Isaac B. Turner‘s costumes and Inseung Park‘s set, for example, offer color and character without any of the trappings of an obscure, unfamiliar accent that isn’t always well-delivered. Park’s set is a post-and-beam skeleton of a house that calls to mind Todd Rosenthal‘s Tony-winning design for August: Osage County. And then, during intermission, the drama-in-a-big-transparent-house element, so familiar to American theater-goers, evaporates into the shapes of an abstracted, oppressive prison-or-concentration-camp. The choice to spend so much time in the grey, faith-testing agony of a concentration camp is a lot to bear and this production, though well wrought, informative, and necessary, is rewarding for its audience without always being kind.

 
 
Rating: ★★½
 
 

THP-Lia Mortensen, Cynthia Judge, Franette Liebow.jpg

Tim Gregory -  Director, and founding Artistic Director

Tim Gregory is the founder of Provision Theater Company. Some of his directing credits include: Provision Theater’s Jeff-nominated A Christmas Carol and the critically acclaimed productions of Beast on the Moon and The Spitfire Grill; The Comedy of Errors at Chicago Shakespeare Theatre; A Christmas Carol at the Ford’s Theatre in Washington D.C.; Alice in Wonderland and Treasure Island at Marriott Theatre; The Twiligh of Golds, The Diary of Anne Frank and Roll of Thunder Hear My Cry at the Apple Tree Theatre; Welcome Yule at Chicago Symphony Orchestra; Plaza Suite at the Lyric Theatre; Godspell at the Sorg Opera House; and ‘Dentity Crisis at the Studio Theatre. Tim’s acting credits include: Matthew/Storyteller in Provision’s critically acclaimed Cotton Patch Gospel, as well as numerous roles at Chicago Shakespeare Theater, Steppenwolf Theatre, Marriott Theatre, Apple Tree Theatre, Drury Lane Oakbrook Theatre, Next Theatre, and regionally at The Alliance Theatre in Atlanta and The Ford’s Theatre in D.C. His television credits include Cupid on ABC, De Classified on WGN, and Tim can now be seen as the Host on HGTV’s New Spaces.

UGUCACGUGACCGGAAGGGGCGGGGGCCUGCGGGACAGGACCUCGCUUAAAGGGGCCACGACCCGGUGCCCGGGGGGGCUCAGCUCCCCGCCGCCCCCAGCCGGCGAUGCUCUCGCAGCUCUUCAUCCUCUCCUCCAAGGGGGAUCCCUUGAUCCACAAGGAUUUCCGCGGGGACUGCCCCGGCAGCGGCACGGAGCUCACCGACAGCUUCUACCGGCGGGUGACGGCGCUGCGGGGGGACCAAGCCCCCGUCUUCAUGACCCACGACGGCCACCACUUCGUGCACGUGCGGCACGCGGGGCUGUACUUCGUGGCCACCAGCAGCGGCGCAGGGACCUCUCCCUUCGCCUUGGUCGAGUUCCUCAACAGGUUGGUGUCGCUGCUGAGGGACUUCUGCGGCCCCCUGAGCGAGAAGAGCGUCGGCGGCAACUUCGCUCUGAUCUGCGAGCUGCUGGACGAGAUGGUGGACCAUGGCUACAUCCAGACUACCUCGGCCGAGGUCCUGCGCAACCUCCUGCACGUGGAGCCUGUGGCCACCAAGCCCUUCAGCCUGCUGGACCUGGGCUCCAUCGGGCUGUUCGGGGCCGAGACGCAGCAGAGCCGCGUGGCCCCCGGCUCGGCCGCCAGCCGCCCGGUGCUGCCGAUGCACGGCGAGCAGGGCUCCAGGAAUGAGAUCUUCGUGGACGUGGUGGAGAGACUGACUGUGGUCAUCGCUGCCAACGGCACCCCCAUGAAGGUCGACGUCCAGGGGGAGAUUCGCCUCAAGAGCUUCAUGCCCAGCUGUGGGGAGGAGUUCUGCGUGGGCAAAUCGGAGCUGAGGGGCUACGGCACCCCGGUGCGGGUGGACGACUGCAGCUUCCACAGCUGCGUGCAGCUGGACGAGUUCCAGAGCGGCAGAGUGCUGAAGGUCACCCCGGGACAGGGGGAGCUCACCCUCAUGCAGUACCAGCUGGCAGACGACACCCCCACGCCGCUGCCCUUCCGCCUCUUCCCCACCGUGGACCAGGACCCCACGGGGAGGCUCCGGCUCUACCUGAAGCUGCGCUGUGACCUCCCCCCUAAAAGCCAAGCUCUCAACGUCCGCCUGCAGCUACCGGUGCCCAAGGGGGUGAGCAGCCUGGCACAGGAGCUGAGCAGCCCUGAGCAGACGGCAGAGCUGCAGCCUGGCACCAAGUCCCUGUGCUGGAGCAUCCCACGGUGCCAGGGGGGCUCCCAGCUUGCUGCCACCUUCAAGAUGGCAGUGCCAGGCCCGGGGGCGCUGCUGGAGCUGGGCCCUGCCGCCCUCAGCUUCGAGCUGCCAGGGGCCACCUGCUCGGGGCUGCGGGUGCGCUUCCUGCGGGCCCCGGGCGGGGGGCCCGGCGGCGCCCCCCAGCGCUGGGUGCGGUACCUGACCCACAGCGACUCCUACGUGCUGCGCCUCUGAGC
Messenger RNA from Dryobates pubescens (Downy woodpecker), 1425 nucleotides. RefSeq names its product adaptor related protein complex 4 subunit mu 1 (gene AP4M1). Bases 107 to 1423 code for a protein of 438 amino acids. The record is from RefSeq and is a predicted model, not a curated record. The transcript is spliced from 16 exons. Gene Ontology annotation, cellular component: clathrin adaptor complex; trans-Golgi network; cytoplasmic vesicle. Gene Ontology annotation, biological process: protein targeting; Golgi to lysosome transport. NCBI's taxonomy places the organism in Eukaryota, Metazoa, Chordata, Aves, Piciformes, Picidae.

Leave a Reply

Fill in your details below or click an icon to log in:

WordPress.com Logo

You are commenting using your WordPress.com account. Log Out /  Change )

Google photo

You are commenting using your Google account. Log Out /  Change )

Twitter picture

You are commenting using your Twitter account. Log Out /  Change )

Facebook photo

You are commenting using your Facebook account. Log Out /  Change )

Connecting to %s

%d bloggers like this: